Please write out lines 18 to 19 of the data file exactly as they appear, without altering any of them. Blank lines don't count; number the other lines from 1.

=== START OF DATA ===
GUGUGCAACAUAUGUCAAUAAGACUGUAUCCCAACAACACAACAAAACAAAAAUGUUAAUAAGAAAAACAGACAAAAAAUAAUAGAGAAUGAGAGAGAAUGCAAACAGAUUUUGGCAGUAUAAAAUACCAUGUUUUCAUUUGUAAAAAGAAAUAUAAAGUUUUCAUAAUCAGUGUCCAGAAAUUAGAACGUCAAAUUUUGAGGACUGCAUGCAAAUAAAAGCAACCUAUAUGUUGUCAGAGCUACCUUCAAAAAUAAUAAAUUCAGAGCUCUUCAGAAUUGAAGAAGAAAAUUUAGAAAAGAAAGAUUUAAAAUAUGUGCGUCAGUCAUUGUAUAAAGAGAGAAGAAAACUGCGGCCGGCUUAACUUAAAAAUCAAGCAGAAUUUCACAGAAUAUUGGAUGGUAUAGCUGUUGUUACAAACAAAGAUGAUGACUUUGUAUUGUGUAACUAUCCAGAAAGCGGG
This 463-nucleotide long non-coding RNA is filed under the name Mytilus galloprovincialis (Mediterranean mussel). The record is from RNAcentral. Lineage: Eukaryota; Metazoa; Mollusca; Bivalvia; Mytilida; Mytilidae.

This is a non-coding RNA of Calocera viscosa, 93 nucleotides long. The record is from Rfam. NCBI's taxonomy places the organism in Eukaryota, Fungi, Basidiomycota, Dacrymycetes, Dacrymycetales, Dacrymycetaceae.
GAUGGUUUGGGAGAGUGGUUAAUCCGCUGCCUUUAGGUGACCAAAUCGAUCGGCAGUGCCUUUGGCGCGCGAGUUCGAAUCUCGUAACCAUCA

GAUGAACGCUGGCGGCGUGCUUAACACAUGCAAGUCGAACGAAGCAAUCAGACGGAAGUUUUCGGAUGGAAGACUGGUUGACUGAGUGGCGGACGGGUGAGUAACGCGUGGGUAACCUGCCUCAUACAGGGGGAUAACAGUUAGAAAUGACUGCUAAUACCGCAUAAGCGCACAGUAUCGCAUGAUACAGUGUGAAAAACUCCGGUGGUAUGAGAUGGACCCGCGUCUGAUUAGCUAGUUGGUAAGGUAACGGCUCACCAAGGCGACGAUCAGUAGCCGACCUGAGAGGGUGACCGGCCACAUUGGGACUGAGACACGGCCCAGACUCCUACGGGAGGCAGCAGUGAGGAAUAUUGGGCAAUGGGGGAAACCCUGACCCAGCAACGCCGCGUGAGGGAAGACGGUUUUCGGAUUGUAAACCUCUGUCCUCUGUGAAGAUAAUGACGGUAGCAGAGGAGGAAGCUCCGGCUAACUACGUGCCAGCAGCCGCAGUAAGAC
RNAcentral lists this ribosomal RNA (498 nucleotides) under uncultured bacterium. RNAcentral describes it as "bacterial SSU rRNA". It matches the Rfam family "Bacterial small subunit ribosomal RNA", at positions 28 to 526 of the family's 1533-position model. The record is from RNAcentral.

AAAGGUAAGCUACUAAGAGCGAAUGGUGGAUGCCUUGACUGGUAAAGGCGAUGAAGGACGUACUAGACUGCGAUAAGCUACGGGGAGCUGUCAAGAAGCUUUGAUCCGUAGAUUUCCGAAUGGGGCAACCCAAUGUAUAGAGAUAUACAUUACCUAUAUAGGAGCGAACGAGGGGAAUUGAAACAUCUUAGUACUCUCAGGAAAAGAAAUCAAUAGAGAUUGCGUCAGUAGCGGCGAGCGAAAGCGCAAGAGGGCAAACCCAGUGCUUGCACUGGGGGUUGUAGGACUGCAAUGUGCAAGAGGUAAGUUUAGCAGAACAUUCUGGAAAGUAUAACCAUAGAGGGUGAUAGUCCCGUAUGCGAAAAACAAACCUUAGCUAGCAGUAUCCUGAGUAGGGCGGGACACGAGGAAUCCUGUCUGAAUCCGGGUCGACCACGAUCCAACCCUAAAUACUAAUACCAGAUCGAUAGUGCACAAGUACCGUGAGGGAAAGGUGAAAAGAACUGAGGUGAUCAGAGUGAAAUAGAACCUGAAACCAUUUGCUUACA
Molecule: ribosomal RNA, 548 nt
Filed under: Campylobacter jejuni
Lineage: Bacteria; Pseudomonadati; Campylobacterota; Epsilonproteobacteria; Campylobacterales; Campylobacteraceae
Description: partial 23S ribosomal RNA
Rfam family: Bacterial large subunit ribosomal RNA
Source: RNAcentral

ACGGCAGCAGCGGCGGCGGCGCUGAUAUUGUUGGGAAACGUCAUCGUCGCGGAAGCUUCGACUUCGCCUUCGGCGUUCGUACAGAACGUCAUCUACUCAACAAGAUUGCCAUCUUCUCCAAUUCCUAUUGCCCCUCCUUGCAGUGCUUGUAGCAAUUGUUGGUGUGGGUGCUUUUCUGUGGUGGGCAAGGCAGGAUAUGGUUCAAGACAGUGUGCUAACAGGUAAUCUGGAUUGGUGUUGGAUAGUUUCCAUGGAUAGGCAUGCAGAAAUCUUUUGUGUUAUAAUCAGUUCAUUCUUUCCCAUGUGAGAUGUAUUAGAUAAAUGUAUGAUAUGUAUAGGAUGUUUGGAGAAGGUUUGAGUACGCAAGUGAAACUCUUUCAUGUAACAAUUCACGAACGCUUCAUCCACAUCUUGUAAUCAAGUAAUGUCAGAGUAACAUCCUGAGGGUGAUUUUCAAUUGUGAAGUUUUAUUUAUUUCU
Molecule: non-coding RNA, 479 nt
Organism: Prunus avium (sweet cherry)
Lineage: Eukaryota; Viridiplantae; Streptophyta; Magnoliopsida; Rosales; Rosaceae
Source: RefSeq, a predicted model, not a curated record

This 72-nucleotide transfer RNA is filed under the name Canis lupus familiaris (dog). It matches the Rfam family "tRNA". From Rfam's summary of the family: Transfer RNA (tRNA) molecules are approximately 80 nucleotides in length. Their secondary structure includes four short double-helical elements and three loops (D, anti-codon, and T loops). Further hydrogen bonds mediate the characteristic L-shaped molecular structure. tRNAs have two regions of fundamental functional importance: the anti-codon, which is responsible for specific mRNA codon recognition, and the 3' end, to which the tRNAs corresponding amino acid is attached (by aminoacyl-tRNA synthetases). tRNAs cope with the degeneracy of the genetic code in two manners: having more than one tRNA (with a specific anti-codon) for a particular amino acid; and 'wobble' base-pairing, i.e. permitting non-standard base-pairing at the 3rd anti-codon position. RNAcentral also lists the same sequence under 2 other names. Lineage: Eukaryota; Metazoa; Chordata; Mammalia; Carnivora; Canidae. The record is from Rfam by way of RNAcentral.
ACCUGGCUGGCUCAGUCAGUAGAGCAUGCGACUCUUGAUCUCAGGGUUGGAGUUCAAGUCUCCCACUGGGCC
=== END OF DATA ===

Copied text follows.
Source: RefSeq, a predicted model, not a curated record

This 72-nucleotide transfer RNA is filed under the name Canis lupus familiaris (dog). It matches the Rfam family "tRNA". From Rfam's summary of the family: Transfer RNA (tRNA) molecules are approximately 80 nucleotides in length. Their secondary structure includes four short double-helical elements and three loops (D, anti-codon, and T loops). Further hydrogen bonds mediate the characteristic L-shaped molecular structure. tRNAs have two regions of fundamental functional importance: the anti-codon, which is responsible for specific mRNA codon recognition, and the 3' end, to which the tRNAs corresponding amino acid is attached (by aminoacyl-tRNA synthetases). tRNAs cope with the degeneracy of the genetic code in two manners: having more than one tRNA (with a specific anti-codon) for a particular amino acid; and 'wobble' base-pairing, i.e. permitting non-standard base-pairing at the 3rd anti-codon position. RNAcentral also lists the same sequence under 2 other names. Lineage: Eukaryota; Metazoa; Chordata; Mammalia; Carnivora; Canidae. The record is from Rfam by way of RNAcentral.